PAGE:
Investors will face three questions over the next three months. One, how will these changes in expectations be embedded in longer-term rates? Two, how will the data-dependent Fed react to these numbers if they increase further or just stabilize? Three, what is the implicit trade-off between growth and inflation that markets participants are using and that actually exists? Of the three questions, the third may be the most important for investors since we are seeing weaker growth numbers globally.

Friday, May 6, 2016

Global macro themes on one page for May

The month does not really start until the employment numbers are announced. The April job gains were lower than expected and showing a down trend. For a data dependent cautious Fed, there is no evidence to strengthen the case for a rate increase. 

In fact, the numbers for some suggest that unconventional monetary policy is not working. We don't believe in that extreme view; however, at this point in the business cycle, monetary policy may not be enough to sustain growth. Unfortunately, there is no help on the fiscal side, so investors have to balance caution against a world where central banks continue to generate cheap money. We may always keep in the back of our minds the adage, "Don't fight the Fed", but weak growth requires consideration of more conservative portfolio structures.   

Thursday, May 5, 2016

ETF flows and asset class bets

ETF flows provide valuable information on where investors are making their bets. These flow numbers are more important than volume traded because it focuses on the net dollar change into an asset class. This money has to be put to work through buying the underlying investments usually represented by an index. These absolute flows are important, but the percentage change tells us the true net impact of money into these asset classes.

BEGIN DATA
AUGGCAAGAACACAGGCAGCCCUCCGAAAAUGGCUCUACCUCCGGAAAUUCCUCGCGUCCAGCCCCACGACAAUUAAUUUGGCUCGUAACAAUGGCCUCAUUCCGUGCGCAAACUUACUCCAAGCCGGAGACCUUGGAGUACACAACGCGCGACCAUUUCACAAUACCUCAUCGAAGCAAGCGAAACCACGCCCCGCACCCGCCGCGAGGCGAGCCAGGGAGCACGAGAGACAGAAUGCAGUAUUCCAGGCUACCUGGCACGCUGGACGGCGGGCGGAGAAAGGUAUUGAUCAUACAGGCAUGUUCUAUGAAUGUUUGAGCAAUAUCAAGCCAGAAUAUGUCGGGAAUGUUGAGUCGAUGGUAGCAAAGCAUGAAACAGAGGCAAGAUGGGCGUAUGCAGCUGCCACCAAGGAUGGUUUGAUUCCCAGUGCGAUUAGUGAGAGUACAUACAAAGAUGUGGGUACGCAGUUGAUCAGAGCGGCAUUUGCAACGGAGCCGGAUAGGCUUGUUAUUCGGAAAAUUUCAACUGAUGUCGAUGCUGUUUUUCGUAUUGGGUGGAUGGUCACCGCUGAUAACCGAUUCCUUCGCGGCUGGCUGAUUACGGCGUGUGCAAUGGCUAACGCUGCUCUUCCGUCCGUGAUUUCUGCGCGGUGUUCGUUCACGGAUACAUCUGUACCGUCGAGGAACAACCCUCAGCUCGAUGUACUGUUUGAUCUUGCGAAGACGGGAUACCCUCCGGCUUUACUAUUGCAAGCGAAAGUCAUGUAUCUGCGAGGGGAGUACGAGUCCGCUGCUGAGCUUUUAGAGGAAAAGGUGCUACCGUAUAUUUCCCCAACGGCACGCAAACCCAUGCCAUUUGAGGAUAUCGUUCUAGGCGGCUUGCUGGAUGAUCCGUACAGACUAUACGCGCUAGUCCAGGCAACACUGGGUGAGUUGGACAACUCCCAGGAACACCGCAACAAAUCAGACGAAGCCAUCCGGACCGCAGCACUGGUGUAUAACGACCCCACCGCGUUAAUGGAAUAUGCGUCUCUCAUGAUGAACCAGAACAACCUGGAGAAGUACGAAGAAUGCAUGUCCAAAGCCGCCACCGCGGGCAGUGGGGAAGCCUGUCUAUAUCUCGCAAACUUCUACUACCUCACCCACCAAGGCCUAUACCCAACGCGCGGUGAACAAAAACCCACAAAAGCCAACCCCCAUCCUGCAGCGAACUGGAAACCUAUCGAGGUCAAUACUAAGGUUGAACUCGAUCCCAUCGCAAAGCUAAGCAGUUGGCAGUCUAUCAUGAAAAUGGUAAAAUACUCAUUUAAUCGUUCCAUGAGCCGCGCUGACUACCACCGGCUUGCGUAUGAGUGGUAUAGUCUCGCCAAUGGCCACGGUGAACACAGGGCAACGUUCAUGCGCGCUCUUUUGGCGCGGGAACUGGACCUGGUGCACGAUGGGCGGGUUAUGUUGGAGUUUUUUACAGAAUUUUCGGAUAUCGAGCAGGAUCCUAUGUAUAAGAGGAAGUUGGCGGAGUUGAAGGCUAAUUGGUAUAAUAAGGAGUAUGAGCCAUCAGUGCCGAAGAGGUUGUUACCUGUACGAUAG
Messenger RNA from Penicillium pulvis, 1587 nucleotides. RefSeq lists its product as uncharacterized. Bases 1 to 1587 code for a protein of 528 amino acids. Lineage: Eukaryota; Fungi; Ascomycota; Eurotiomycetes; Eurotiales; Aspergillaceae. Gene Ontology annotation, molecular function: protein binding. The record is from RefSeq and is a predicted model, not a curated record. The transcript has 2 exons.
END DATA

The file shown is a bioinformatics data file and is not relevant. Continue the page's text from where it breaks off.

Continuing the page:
The inflows into investment grade bonds below A, and high yield were very significant after the equity decline earlier in the year. The reach for yield was back in force albeit the last week there has been a net outflow from the high yield sector. As important as the yield search has been the flow into commodities, but this flow has not been focused on oil funds as much as precious metals. The march to lower negative yields has renewed interest in gold. 

Psychometric tests and due diligence

The due diligence of hedge funds is often first rate, but the due diligence on manager skill is still mainly focused on only three factors, past performance, pedigree, and references. Given the tight performance across managers, the wide range of manager experiences, and the limited information from references, investors are still looking for better ways of measuring the skills of portfolio managers. The question is determining how to get inside the head of managers and find out if they have what it takes - skill.